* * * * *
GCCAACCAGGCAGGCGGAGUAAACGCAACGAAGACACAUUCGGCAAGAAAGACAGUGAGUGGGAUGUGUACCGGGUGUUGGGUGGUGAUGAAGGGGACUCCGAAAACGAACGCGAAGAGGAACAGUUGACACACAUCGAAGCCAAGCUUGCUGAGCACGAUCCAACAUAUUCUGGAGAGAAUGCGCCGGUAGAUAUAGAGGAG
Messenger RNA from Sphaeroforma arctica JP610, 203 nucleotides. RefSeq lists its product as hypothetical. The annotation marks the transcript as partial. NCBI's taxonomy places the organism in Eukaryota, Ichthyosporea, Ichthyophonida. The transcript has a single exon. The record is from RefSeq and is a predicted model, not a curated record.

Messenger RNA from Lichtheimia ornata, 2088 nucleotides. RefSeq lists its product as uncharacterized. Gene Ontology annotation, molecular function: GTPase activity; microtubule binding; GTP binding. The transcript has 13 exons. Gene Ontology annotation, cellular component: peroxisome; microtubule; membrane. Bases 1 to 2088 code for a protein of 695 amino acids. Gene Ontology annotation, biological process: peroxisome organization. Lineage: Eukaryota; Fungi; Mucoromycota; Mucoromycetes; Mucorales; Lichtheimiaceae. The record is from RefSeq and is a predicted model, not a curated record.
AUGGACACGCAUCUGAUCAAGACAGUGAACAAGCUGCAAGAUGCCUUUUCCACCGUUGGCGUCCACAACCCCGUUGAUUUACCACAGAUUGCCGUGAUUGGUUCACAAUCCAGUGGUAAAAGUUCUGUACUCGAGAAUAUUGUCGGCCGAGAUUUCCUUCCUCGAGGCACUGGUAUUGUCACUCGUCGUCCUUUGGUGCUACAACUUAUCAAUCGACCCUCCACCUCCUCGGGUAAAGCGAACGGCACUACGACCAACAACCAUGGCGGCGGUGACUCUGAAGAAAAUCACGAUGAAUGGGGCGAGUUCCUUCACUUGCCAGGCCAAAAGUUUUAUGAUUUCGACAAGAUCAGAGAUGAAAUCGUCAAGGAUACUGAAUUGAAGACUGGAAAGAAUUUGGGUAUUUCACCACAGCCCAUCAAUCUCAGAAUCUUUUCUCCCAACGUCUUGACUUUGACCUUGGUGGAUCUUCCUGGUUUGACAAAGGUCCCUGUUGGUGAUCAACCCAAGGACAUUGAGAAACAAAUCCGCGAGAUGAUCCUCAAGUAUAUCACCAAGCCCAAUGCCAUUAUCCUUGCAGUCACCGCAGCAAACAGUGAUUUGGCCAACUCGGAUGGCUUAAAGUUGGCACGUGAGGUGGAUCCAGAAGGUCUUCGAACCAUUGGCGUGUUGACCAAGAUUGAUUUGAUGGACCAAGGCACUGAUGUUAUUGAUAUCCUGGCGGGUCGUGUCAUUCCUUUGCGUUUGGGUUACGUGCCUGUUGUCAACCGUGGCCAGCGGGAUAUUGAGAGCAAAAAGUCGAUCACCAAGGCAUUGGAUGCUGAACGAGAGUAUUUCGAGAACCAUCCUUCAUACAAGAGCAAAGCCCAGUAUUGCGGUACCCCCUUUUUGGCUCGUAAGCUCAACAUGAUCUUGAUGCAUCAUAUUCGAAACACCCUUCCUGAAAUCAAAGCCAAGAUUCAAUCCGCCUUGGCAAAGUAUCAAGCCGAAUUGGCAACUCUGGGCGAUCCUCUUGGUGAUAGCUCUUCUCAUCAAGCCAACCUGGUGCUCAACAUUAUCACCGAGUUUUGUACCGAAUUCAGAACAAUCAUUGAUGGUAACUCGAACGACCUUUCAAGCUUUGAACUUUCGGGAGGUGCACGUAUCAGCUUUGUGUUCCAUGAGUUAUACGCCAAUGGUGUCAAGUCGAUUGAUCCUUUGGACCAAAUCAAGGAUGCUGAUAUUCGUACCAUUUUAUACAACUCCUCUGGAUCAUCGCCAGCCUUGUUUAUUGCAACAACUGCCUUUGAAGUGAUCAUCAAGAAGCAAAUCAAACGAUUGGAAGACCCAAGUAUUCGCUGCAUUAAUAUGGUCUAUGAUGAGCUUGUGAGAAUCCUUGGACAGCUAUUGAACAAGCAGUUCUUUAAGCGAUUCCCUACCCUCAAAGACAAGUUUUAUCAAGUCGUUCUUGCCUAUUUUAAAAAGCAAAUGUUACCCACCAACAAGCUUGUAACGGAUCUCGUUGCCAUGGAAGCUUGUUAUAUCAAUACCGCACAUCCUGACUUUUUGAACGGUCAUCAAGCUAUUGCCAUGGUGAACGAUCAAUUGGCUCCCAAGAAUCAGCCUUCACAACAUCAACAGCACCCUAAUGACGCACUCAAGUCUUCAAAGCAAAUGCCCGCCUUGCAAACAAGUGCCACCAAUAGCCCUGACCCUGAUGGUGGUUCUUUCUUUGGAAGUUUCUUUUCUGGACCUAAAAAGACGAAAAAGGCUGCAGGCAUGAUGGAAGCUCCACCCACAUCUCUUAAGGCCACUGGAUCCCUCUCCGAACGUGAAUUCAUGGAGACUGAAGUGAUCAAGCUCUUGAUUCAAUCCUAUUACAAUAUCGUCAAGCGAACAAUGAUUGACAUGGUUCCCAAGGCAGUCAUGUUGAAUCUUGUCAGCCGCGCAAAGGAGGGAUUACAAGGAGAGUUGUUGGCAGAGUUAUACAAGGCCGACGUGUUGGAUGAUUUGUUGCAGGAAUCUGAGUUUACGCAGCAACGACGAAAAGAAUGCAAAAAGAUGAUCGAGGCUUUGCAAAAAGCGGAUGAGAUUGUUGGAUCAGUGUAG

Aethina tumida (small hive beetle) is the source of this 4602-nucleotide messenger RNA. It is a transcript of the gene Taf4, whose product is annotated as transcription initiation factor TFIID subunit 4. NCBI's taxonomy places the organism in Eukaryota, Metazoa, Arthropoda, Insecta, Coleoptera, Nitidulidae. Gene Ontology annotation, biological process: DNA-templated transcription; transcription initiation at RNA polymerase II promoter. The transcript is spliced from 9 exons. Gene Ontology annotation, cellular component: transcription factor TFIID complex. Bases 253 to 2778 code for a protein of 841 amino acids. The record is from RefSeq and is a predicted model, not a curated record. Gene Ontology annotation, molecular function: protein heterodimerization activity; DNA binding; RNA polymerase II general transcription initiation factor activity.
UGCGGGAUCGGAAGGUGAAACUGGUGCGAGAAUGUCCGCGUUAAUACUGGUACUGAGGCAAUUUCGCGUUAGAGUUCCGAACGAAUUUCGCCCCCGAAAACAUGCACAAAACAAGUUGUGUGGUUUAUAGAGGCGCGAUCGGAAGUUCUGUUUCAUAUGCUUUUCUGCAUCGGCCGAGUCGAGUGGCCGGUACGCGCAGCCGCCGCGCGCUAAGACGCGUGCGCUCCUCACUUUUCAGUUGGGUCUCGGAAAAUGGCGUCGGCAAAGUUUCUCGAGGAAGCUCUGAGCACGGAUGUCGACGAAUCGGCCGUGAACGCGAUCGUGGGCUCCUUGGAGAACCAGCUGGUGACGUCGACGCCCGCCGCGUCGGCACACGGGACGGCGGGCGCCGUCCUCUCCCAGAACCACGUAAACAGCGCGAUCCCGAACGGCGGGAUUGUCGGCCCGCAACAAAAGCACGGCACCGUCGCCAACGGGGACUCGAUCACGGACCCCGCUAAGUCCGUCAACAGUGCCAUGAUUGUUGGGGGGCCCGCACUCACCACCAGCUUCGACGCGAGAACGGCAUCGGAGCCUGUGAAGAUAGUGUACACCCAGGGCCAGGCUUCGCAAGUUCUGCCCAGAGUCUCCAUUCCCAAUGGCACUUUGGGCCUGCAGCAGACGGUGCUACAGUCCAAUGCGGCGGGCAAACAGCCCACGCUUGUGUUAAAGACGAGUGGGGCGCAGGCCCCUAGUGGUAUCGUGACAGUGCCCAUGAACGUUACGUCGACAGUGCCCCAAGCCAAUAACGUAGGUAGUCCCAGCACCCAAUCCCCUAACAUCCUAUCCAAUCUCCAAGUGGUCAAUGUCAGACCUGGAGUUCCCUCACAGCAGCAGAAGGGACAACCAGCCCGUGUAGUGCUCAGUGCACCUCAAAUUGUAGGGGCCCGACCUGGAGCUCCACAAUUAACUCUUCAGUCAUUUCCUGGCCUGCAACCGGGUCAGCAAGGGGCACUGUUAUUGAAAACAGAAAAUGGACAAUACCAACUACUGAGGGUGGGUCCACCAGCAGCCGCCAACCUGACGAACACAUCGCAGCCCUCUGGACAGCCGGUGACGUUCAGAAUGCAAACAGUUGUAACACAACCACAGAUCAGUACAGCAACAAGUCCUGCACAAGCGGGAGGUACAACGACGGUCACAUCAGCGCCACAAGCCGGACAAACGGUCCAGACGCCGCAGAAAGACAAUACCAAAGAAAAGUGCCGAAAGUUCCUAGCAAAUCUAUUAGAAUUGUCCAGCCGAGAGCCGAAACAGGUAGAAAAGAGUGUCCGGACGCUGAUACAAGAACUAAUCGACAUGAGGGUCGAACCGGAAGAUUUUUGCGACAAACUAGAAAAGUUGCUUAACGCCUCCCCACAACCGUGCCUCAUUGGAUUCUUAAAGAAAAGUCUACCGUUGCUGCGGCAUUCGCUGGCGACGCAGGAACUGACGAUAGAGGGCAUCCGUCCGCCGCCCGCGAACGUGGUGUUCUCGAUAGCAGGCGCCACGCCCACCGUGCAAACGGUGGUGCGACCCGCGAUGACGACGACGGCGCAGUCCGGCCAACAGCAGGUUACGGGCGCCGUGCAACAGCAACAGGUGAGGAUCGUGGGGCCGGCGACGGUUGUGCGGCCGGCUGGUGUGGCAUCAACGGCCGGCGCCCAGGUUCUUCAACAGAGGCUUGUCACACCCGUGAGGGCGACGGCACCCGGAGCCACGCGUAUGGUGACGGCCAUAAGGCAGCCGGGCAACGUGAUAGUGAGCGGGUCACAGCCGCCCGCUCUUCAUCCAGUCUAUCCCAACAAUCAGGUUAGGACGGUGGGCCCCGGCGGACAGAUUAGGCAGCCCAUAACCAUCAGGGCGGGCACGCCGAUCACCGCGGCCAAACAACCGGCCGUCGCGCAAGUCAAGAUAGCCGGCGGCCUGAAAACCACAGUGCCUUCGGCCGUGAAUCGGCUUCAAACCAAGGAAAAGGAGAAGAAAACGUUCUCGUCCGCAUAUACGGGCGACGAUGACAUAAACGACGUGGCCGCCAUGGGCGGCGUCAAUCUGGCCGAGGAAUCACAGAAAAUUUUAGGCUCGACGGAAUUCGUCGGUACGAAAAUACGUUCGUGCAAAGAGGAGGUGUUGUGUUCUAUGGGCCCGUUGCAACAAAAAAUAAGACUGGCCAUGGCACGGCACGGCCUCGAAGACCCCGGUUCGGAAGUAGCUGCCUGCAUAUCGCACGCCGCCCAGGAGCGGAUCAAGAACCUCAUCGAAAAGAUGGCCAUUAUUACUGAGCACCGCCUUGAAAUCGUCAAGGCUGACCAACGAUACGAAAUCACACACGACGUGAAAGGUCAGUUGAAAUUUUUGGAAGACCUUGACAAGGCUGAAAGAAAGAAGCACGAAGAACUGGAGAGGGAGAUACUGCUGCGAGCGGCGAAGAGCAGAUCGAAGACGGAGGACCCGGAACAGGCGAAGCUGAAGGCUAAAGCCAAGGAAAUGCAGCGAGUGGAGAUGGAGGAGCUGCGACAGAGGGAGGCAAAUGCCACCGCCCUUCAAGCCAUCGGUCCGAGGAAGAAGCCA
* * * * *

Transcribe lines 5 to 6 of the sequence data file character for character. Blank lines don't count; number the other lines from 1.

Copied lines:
Aethina tumida (small hive beetle) is the source of this 4602-nucleotide messenger RNA. It is a transcript of the gene Taf4, whose product is annotated as transcription initiation factor TFIID subunit 4. NCBI's taxonomy places the organism in Eukaryota, Metazoa, Arthropoda, Insecta, Coleoptera, Nitidulidae. Gene Ontology annotation, biological process: DNA-templated transcription; transcription initiation at RNA polymerase II promoter. The transcript is spliced from 9 exons. Gene Ontology annotation, cellular component: transcription factor TFIID complex. Bases 253 to 2778 code for a protein of 841 amino acids. The record is from RefSeq and is a predicted model, not a curated record. Gene Ontology annotation, molecular function: protein heterodimerization activity; DNA binding; RNA polymerase II general transcription initiation factor activity.
UGCGGGAUCGGAAGGUGAAACUGGUGCGAGAAUGUCCGCGUUAAUACUGGUACUGAGGCAAUUUCGCGUUAGAGUUCCGAACGAAUUUCGCCCCCGAAAACAUGCACAAAACAAGUUGUGUGGUUUAUAGAGGCGCGAUCGGAAGUUCUGUUUCAUAUGCUUUUCUGCAUCGGCCGAGUCGAGUGGCCGGUACGCGCAGCCGCCGCGCGCUAAGACGCGUGCGCUCCUCACUUUUCAGUUGGGUCUCGGAAAAUGGCGUCGGCAAAGUUUCUCGAGGAAGCUCUGAGCACGGAUGUCGACGAAUCGGCCGUGAACGCGAUCGUGGGCUCCUUGGAGAACCAGCUGGUGACGUCGACGCCCGCCGCGUCGGCACACGGGACGGCGGGCGCCGUCCUCUCCCAGAACCACGUAAACAGCGCGAUCCCGAACGGCGGGAUUGUCGGCCCGCAACAAAAGCACGGCACCGUCGCCAACGGGGACUCGAUCACGGACCCCGCUAAGUCCGUCAACAGUGCCAUGAUUGUUGGGGGGCCCGCACUCACCACCAGCUUCGACGCGAGAACGGCAUCGGAGCCUGUGAAGAUAGUGUACACCCAGGGCCAGGCUUCGCAAGUUCUGCCCAGAGUCUCCAUUCCCAAUGGCACUUUGGGCCUGCAGCAGACGGUGCUACAGUCCAAUGCGGCGGGCAAACAGCCCACGCUUGUGUUAAAGACGAGUGGGGCGCAGGCCCCUAGUGGUAUCGUGACAGUGCCCAUGAACGUUACGUCGACAGUGCCCCAAGCCAAUAACGUAGGUAGUCCCAGCACCCAAUCCCCUAACAUCCUAUCCAAUCUCCAAGUGGUCAAUGUCAGACCUGGAGUUCCCUCACAGCAGCAGAAGGGACAACCAGCCCGUGUAGUGCUCAGUGCACCUCAAAUUGUAGGGGCCCGACCUGGAGCUCCACAAUUAACUCUUCAGUCAUUUCCUGGCCUGCAACCGGGUCAGCAAGGGGCACUGUUAUUGAAAACAGAAAAUGGACAAUACCAACUACUGAGGGUGGGUCCACCAGCAGCCGCCAACCUGACGAACACAUCGCAGCCCUCUGGACAGCCGGUGACGUUCAGAAUGCAAACAGUUGUAACACAACCACAGAUCAGUACAGCAACAAGUCCUGCACAAGCGGGAGGUACAACGACGGUCACAUCAGCGCCACAAGCCGGACAAACGGUCCAGACGCCGCAGAAAGACAAUACCAAAGAAAAGUGCCGAAAGUUCCUAGCAAAUCUAUUAGAAUUGUCCAGCCGAGAGCCGAAACAGGUAGAAAAGAGUGUCCGGACGCUGAUACAAGAACUAAUCGACAUGAGGGUCGAACCGGAAGAUUUUUGCGACAAACUAGAAAAGUUGCUUAACGCCUCCCCACAACCGUGCCUCAUUGGAUUCUUAAAGAAAAGUCUACCGUUGCUGCGGCAUUCGCUGGCGACGCAGGAACUGACGAUAGAGGGCAUCCGUCCGCCGCCCGCGAACGUGGUGUUCUCGAUAGCAGGCGCCACGCCCACCGUGCAAACGGUGGUGCGACCCGCGAUGACGACGACGGCGCAGUCCGGCCAACAGCAGGUUACGGGCGCCGUGCAACAGCAACAGGUGAGGAUCGUGGGGCCGGCGACGGUUGUGCGGCCGGCUGGUGUGGCAUCAACGGCCGGCGCCCAGGUUCUUCAACAGAGGCUUGUCACACCCGUGAGGGCGACGGCACCCGGAGCCACGCGUAUGGUGACGGCCAUAAGGCAGCCGGGCAACGUGAUAGUGAGCGGGUCACAGCCGCCCGCUCUUCAUCCAGUCUAUCCCAACAAUCAGGUUAGGACGGUGGGCCCCGGCGGACAGAUUAGGCAGCCCAUAACCAUCAGGGCGGGCACGCCGAUCACCGCGGCCAAACAACCGGCCGUCGCGCAAGUCAAGAUAGCCGGCGGCCUGAAAACCACAGUGCCUUCGGCCGUGAAUCGGCUUCAAACCAAGGAAAAGGAGAAGAAAACGUUCUCGUCCGCAUAUACGGGCGACGAUGACAUAAACGACGUGGCCGCCAUGGGCGGCGUCAAUCUGGCCGAGGAAUCACAGAAAAUUUUAGGCUCGACGGAAUUCGUCGGUACGAAAAUACGUUCGUGCAAAGAGGAGGUGUUGUGUUCUAUGGGCCCGUUGCAACAAAAAAUAAGACUGGCCAUGGCACGGCACGGCCUCGAAGACCCCGGUUCGGAAGUAGCUGCCUGCAUAUCGCACGCCGCCCAGGAGCGGAUCAAGAACCUCAUCGAAAAGAUGGCCAUUAUUACUGAGCACCGCCUUGAAAUCGUCAAGGCUGACCAACGAUACGAAAUCACACACGACGUGAAAGGUCAGUUGAAAUUUUUGGAAGACCUUGACAAGGCUGAAAGAAAGAAGCACGAAGAACUGGAGAGGGAGAUACUGCUGCGAGCGGCGAAGAGCAGAUCGAAGACGGAGGACCCGGAACAGGCGAAGCUGAAGGCUAAAGCCAAGGAAAUGCAGCGAGUGGAGAUGGAGGAGCUGCGACAGAGGGAGGCAAAUGCCACCGCCCUUCAAGCCAUCGGUCCGAGGAAGAAGCCA